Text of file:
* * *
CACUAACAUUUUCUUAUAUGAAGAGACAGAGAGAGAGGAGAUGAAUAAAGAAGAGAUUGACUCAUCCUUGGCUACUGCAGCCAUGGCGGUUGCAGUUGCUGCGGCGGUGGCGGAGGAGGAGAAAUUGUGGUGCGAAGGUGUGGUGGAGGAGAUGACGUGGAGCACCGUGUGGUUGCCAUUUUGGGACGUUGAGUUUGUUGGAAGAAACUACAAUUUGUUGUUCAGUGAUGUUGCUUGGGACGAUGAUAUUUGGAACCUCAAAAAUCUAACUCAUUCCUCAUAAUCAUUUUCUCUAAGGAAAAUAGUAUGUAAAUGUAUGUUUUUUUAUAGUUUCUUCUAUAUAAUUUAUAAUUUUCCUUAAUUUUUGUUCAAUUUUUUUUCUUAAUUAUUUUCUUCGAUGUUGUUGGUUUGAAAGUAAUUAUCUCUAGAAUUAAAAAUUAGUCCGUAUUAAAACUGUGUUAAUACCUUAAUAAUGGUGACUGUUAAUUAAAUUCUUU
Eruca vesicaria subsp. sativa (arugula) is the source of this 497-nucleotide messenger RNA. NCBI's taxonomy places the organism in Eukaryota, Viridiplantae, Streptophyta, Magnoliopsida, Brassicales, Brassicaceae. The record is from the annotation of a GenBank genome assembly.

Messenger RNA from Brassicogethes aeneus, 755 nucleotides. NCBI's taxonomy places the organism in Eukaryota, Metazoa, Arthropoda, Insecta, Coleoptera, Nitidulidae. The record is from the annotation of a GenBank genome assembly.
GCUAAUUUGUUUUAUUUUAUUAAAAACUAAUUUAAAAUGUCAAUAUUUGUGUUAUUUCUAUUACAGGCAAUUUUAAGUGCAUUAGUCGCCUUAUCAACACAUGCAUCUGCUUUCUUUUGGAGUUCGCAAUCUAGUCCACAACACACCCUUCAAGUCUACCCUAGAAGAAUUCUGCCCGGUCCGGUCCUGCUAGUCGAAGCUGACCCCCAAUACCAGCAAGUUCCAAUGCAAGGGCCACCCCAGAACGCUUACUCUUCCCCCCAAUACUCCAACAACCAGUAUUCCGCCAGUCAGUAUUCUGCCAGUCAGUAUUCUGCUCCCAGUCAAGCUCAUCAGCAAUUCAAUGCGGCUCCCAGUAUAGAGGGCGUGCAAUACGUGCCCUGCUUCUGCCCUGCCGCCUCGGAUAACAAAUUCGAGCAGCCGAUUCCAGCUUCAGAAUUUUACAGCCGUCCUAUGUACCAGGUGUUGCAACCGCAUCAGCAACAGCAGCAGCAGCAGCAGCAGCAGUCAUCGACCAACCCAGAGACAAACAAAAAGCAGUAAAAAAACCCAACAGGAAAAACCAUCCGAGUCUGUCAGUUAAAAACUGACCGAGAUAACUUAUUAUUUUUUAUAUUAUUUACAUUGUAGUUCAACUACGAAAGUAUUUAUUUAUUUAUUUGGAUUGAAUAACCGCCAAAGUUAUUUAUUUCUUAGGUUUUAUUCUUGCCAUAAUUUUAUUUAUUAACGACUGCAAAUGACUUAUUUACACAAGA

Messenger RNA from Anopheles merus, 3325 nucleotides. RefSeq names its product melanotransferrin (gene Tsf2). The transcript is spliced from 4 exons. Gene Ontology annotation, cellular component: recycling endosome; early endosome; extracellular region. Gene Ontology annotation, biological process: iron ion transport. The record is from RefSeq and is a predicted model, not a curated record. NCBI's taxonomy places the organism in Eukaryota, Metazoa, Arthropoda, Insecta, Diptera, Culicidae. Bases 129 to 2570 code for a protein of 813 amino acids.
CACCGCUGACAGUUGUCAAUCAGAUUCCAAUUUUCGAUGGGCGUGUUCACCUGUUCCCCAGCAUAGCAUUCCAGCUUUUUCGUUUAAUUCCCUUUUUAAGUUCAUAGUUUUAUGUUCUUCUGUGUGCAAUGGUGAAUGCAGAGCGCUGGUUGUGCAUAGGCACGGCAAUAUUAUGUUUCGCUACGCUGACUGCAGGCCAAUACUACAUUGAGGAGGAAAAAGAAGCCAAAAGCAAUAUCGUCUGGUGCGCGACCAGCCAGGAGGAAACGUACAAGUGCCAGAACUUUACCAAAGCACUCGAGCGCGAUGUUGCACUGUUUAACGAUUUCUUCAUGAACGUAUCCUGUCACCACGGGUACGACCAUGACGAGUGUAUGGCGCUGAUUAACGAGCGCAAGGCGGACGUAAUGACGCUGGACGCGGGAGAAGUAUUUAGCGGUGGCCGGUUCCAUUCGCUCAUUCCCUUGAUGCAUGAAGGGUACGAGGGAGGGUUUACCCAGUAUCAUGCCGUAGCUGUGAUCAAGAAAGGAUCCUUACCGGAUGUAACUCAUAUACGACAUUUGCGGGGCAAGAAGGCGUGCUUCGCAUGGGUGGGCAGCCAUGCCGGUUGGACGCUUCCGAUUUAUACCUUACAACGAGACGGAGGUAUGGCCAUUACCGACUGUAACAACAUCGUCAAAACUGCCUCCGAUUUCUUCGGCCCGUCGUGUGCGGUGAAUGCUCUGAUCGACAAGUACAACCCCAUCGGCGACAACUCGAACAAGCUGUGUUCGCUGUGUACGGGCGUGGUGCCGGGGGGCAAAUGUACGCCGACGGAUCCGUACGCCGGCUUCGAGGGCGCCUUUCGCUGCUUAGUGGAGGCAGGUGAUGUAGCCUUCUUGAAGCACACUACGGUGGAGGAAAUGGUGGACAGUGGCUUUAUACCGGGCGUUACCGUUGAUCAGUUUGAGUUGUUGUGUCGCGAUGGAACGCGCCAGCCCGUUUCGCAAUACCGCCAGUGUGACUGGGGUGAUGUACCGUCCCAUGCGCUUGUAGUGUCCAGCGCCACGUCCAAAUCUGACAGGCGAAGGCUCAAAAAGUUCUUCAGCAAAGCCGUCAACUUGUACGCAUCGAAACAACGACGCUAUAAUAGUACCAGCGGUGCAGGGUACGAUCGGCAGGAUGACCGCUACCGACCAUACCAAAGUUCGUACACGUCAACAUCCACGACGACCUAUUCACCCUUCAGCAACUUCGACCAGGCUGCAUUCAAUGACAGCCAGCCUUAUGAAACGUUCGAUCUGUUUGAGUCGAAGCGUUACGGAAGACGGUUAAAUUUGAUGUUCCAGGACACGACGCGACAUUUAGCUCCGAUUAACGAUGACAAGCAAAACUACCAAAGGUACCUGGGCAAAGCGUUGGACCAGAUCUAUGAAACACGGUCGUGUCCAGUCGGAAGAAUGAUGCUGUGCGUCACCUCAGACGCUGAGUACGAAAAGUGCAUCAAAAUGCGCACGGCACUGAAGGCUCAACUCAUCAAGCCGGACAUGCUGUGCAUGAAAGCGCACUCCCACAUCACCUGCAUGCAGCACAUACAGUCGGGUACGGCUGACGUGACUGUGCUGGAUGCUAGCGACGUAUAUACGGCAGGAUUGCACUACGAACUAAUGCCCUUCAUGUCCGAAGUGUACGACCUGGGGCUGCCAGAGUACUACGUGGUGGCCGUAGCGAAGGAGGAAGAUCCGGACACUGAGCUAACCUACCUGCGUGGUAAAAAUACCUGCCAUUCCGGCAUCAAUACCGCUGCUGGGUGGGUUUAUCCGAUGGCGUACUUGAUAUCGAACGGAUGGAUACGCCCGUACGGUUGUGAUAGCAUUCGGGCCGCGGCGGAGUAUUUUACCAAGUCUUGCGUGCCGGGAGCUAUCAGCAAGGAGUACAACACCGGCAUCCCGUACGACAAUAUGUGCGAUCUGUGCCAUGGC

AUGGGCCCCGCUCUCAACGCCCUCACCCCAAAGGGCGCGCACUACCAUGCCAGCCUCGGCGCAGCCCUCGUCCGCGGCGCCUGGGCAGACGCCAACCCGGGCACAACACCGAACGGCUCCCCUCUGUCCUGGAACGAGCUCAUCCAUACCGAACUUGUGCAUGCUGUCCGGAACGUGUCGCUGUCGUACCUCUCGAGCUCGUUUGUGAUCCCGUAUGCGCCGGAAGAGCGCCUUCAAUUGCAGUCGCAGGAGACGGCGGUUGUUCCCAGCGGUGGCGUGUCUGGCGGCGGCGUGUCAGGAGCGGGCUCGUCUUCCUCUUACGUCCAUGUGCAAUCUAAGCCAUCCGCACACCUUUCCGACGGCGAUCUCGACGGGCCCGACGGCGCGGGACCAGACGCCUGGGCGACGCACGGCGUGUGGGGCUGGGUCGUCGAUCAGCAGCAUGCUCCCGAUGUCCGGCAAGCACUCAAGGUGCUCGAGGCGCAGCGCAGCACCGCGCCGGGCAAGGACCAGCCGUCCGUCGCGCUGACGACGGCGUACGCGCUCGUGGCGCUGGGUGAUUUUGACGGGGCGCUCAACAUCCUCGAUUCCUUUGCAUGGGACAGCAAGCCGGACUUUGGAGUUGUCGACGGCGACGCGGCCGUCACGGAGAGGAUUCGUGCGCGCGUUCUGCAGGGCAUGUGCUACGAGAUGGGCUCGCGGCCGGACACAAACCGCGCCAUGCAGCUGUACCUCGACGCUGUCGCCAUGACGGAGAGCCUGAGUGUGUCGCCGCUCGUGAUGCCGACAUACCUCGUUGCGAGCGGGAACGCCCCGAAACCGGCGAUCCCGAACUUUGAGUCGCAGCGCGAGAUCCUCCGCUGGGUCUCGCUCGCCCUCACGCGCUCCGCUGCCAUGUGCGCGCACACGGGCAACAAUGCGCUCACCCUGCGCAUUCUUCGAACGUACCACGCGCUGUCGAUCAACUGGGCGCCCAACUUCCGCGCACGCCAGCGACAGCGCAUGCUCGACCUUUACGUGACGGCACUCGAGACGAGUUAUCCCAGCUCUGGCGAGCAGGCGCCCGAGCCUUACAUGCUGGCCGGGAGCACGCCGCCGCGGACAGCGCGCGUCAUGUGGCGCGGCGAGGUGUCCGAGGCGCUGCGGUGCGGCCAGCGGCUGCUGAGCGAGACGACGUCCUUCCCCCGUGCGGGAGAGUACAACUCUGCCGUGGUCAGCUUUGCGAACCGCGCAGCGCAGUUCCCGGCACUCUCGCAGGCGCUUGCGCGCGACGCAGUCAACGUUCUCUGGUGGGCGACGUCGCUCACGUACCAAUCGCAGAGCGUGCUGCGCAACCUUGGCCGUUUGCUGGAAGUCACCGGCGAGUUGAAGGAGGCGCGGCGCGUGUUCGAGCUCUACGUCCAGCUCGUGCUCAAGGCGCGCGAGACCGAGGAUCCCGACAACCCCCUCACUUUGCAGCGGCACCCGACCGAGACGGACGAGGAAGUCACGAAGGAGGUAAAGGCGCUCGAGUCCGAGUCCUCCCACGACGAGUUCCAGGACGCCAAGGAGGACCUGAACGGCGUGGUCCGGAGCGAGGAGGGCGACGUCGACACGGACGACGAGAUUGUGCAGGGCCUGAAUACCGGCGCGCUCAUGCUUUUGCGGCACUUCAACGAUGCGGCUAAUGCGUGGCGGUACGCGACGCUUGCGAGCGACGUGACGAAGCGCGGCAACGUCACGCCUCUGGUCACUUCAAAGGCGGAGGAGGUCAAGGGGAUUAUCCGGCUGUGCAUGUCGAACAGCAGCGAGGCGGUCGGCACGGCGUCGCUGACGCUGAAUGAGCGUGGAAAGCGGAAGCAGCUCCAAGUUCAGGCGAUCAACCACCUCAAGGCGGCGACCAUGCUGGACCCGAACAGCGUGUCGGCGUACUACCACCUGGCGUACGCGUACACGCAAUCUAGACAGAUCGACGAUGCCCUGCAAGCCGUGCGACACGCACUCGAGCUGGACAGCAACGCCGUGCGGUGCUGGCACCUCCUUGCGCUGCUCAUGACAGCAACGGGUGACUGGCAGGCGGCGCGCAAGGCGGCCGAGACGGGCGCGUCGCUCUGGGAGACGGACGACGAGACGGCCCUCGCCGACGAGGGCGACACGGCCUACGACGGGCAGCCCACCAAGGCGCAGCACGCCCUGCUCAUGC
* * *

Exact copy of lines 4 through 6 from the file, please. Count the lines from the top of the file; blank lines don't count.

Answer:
GCUAAUUUGUUUUAUUUUAUUAAAAACUAAUUUAAAAUGUCAAUAUUUGUGUUAUUUCUAUUACAGGCAAUUUUAAGUGCAUUAGUCGCCUUAUCAACACAUGCAUCUGCUUUCUUUUGGAGUUCGCAAUCUAGUCCACAACACACCCUUCAAGUCUACCCUAGAAGAAUUCUGCCCGGUCCGGUCCUGCUAGUCGAAGCUGACCCCCAAUACCAGCAAGUUCCAAUGCAAGGGCCACCCCAGAACGCUUACUCUUCCCCCCAAUACUCCAACAACCAGUAUUCCGCCAGUCAGUAUUCUGCCAGUCAGUAUUCUGCUCCCAGUCAAGCUCAUCAGCAAUUCAAUGCGGCUCCCAGUAUAGAGGGCGUGCAAUACGUGCCCUGCUUCUGCCCUGCCGCCUCGGAUAACAAAUUCGAGCAGCCGAUUCCAGCUUCAGAAUUUUACAGCCGUCCUAUGUACCAGGUGUUGCAACCGCAUCAGCAACAGCAGCAGCAGCAGCAGCAGCAGUCAUCGACCAACCCAGAGACAAACAAAAAGCAGUAAAAAAACCCAACAGGAAAAACCAUCCGAGUCUGUCAGUUAAAAACUGACCGAGAUAACUUAUUAUUUUUUAUAUUAUUUACAUUGUAGUUCAACUACGAAAGUAUUUAUUUAUUUAUUUGGAUUGAAUAACCGCCAAAGUUAUUUAUUUCUUAGGUUUUAUUCUUGCCAUAAUUUUAUUUAUUAACGACUGCAAAUGACUUAUUUACACAAGA

Messenger RNA from Anopheles merus, 3325 nucleotides. RefSeq names its product melanotransferrin (gene Tsf2). The transcript is spliced from 4 exons. Gene Ontology annotation, cellular component: recycling endosome; early endosome; extracellular region. Gene Ontology annotation, biological process: iron ion transport. The record is from RefSeq and is a predicted model, not a curated record. NCBI's taxonomy places the organism in Eukaryota, Metazoa, Arthropoda, Insecta, Diptera, Culicidae. Bases 129 to 2570 code for a protein of 813 amino acids.
CACCGCUGACAGUUGUCAAUCAGAUUCCAAUUUUCGAUGGGCGUGUUCACCUGUUCCCCAGCAUAGCAUUCCAGCUUUUUCGUUUAAUUCCCUUUUUAAGUUCAUAGUUUUAUGUUCUUCUGUGUGCAAUGGUGAAUGCAGAGCGCUGGUUGUGCAUAGGCACGGCAAUAUUAUGUUUCGCUACGCUGACUGCAGGCCAAUACUACAUUGAGGAGGAAAAAGAAGCCAAAAGCAAUAUCGUCUGGUGCGCGACCAGCCAGGAGGAAACGUACAAGUGCCAGAACUUUACCAAAGCACUCGAGCGCGAUGUUGCACUGUUUAACGAUUUCUUCAUGAACGUAUCCUGUCACCACGGGUACGACCAUGACGAGUGUAUGGCGCUGAUUAACGAGCGCAAGGCGGACGUAAUGACGCUGGACGCGGGAGAAGUAUUUAGCGGUGGCCGGUUCCAUUCGCUCAUUCCCUUGAUGCAUGAAGGGUACGAGGGAGGGUUUACCCAGUAUCAUGCCGUAGCUGUGAUCAAGAAAGGAUCCUUACCGGAUGUAACUCAUAUACGACAUUUGCGGGGCAAGAAGGCGUGCUUCGCAUGGGUGGGCAGCCAUGCCGGUUGGACGCUUCCGAUUUAUACCUUACAACGAGACGGAGGUAUGGCCAUUACCGACUGUAACAACAUCGUCAAAACUGCCUCCGAUUUCUUCGGCCCGUCGUGUGCGGUGAAUGCUCUGAUCGACAAGUACAACCCCAUCGGCGACAACUCGAACAAGCUGUGUUCGCUGUGUACGGGCGUGGUGCCGGGGGGCAAAUGUACGCCGACGGAUCCGUACGCCGGCUUCGAGGGCGCCUUUCGCUGCUUAGUGGAGGCAGGUGAUGUAGCCUUCUUGAAGCACACUACGGUGGAGGAAAUGGUGGACAGUGGCUUUAUACCGGGCGUUACCGUUGAUCAGUUUGAGUUGUUGUGUCGCGAUGGAACGCGCCAGCCCGUUUCGCAAUACCGCCAGUGUGACUGGGGUGAUGUACCGUCCCAUGCGCUUGUAGUGUCCAGCGCCACGUCCAAAUCUGACAGGCGAAGGCUCAAAAAGUUCUUCAGCAAAGCCGUCAACUUGUACGCAUCGAAACAACGACGCUAUAAUAGUACCAGCGGUGCAGGGUACGAUCGGCAGGAUGACCGCUACCGACCAUACCAAAGUUCGUACACGUCAACAUCCACGACGACCUAUUCACCCUUCAGCAACUUCGACCAGGCUGCAUUCAAUGACAGCCAGCCUUAUGAAACGUUCGAUCUGUUUGAGUCGAAGCGUUACGGAAGACGGUUAAAUUUGAUGUUCCAGGACACGACGCGACAUUUAGCUCCGAUUAACGAUGACAAGCAAAACUACCAAAGGUACCUGGGCAAAGCGUUGGACCAGAUCUAUGAAACACGGUCGUGUCCAGUCGGAAGAAUGAUGCUGUGCGUCACCUCAGACGCUGAGUACGAAAAGUGCAUCAAAAUGCGCACGGCACUGAAGGCUCAACUCAUCAAGCCGGACAUGCUGUGCAUGAAAGCGCACUCCCACAUCACCUGCAUGCAGCACAUACAGUCGGGUACGGCUGACGUGACUGUGCUGGAUGCUAGCGACGUAUAUACGGCAGGAUUGCACUACGAACUAAUGCCCUUCAUGUCCGAAGUGUACGACCUGGGGCUGCCAGAGUACUACGUGGUGGCCGUAGCGAAGGAGGAAGAUCCGGACACUGAGCUAACCUACCUGCGUGGUAAAAAUACCUGCCAUUCCGGCAUCAAUACCGCUGCUGGGUGGGUUUAUCCGAUGGCGUACUUGAUAUCGAACGGAUGGAUACGCCCGUACGGUUGUGAUAGCAUUCGGGCCGCGGCGGAGUAUUUUACCAAGUCUUGCGUGCCGGGAGCUAUCAGCAAGGAGUACAACACCGGCAUCCCGUACGACAAUAUGUGCGAUCUGUGCCAUGGC